Alessio Bolzoni’s Sharp Editorial Eye

At V.O Curations in London, the artist attempts to navigate the overwhelming influx of imagery in contemporary culture

BY Joe Bobowicz in Exhibition Reviews | 01 JUL 24

A fashion photographer by trade, Alessio Bolzoni brings an editorial sensibility to his artistic practice, shooting or cropping found images with the finesse of a seasonal look book. The artist’s current exhibition at V.O Curations, ‘There’s a Fine Line between Love and Hate, You See’, deploys this skill to create a cause for pause amidst contemporary culture’s algorithmic influx of imagery.

Alessio Bolzoni
Alessio Bolzoni, Adrian, 2018, photograph, from the series ‘Abuse’. Courtesy: the artist and V.O Curations

In the series ‘Accumulo’ (Accumulation, 2023), for instance, shots of human legs in motion are paired while faces are kept out of frame. In each diptych, the image on the left is a historical black and white found photograph, while its colourful counterpart on the right is from a 21st-century newspaper. Accumulo #01 offsets the exquisite wrinkle of suit trousers mid-swing and the glossy sheen of a loafer with dark trousers, an ill-fitting jacket and a pigeon bobbing in the corner, half-obscured by a plastic bag. In both images, the subjects’ hands are in their pockets and their gait is identical. 

At its best, Bolzoni’s stylized technique turns something everyday, like the act of walking, into something with the potential for imagined narrative. Accumulo #03 appears to counterpose a figure in nondescript, mid-century, Western workwear with the sodden legs of a refugee as they wade through the sea to reach the safety of shore. Sometimes, these cross-cultural pairings border on gimmicky. Accumulo #02 aligns the striding legs of what seems to be a man in orthodox jewish apparel with that of another in an Islamic thobe, recalling the tone of a 1980s United Colours of Benetton advert.

Alessio Bolzoni
Alessio Bolzoni, Accumulo #01 (detail), 2023, photograph, from the series ‘Accumulo’ (Accumulation). Courtesy: the artist and V.O Curations 

Elsewhere, the series ‘Ebay’ (2023) collages a collection of 1950s American college photos, which the artist bought on the eponymous online marketplace, revealing gestural codes – arms crossed over knees, figures with their backs to the camera – and building accidental stories. The torn edges of these photographs obscure certain compositional elements, rendering ephemeral tidbits – a shadow, the taut hug of someone’s jeans – the punctum of the image. In this way, the artist encourages a dérive viewing experience, where each visual conjunction or disjunction forges a story or an affective response predicated on what emotions a particular assemblage might elicit. The anonymity and hazy provenance of the source photographs reflect the scattergun constellations of imagery that define our media experiences but, crucially, adds the poise that’s often found wanting on AI-chronologized social-media feeds.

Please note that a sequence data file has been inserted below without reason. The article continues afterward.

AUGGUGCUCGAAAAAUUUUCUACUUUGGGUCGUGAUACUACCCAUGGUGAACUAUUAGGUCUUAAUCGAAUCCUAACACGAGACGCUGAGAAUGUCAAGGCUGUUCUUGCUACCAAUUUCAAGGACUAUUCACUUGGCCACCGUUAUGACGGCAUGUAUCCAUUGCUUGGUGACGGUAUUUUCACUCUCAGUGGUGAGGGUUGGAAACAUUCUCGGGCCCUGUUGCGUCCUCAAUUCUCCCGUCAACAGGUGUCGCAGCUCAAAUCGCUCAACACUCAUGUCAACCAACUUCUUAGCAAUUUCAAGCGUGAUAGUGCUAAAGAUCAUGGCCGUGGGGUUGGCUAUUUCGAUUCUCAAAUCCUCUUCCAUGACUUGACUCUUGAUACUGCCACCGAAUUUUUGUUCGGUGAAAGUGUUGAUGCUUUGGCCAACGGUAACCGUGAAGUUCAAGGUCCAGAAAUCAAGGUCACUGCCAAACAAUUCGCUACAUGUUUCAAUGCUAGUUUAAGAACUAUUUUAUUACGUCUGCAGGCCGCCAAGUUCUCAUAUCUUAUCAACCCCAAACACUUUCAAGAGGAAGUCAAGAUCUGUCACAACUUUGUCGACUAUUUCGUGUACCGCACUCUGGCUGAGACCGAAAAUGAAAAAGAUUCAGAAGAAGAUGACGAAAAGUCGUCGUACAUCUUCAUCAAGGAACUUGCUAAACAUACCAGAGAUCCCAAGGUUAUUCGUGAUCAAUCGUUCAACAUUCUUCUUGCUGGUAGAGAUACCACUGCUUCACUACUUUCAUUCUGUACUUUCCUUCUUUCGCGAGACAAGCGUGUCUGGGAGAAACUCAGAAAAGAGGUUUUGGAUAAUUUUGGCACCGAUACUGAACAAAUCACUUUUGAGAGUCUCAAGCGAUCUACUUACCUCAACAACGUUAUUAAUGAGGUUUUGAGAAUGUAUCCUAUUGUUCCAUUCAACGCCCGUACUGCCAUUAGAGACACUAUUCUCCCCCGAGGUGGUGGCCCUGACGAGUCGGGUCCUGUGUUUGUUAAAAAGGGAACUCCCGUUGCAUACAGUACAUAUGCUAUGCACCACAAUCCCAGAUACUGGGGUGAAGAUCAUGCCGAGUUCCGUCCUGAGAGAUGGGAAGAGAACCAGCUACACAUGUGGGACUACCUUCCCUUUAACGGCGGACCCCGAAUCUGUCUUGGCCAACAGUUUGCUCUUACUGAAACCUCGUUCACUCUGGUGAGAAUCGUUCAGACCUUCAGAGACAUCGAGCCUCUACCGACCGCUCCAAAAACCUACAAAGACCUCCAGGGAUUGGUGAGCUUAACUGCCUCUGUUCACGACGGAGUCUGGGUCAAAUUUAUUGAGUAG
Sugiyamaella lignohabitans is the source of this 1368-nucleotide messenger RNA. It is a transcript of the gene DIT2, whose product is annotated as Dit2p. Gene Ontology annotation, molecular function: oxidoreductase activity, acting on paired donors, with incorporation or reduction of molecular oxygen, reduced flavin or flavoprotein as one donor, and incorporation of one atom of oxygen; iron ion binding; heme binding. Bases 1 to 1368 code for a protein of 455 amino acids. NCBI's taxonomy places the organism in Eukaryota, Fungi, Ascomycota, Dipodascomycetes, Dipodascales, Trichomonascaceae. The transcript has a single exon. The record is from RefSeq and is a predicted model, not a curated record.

Upstairs, ‘Abuse’ (2018) depicts people in contorted positions against a white backdrop. Despite being photographed independently, the subjects – all of whom were given simple instructions to perform for the camera – assumed very similar poses. Here, Bolzoni’s act of editing or curating his imagery comes to life and the lesser details of human anatomy step in as novel fixations. While I wouldn’t go as far as to describe these images, as Bolzoni did to me, as uncanny in the Freudian sense, there is a serene coolness to them that cuts through the noise. 

Alessio Bolzoni
Alessio Bolzoni, from the series ‘Ebay’, 2023, installation view. Courtesy: the artist and V.O Curations

I notice the awkward, human characteristics of the sitters in ‘Abuse’: baby hairs cling to a sweaty forehead while a toe is indented with skin folds from the pressure of the pose (Nassia); fingers press decidedly against the ground, the palm ascending above (Adrian). Elsewhere, splayed, denim-clad legs create a sculptural centrefold while the tapered end of a belt levitates above the white studio floor (Leon). Shown here in a gallery setting, the series – which was plastered on 24 billboards around Milan during the pandemic lockdown in 2020 – highlights even more acutely the fine line between a harmoniously calibrated image and visual excess. By literally or aesthetically collaging bodies in freeze-frames, creating pictorial pressure points therein, Bolzoni achieves more with less.

Alessio Bolzoni’s ‘There’s a Fine Line between Love and Hate, You See’ is on view at V.O Curations, London, until 6 July 

Main image: Alessio Bolzoni, ‘There’s a Fine Line between Love and Hate, You See’, 2024, exhibition view. Courtesy: the artist and V.O Curations

Joe Bobowicz is a writer and curator working between fine art, fashion and popular culture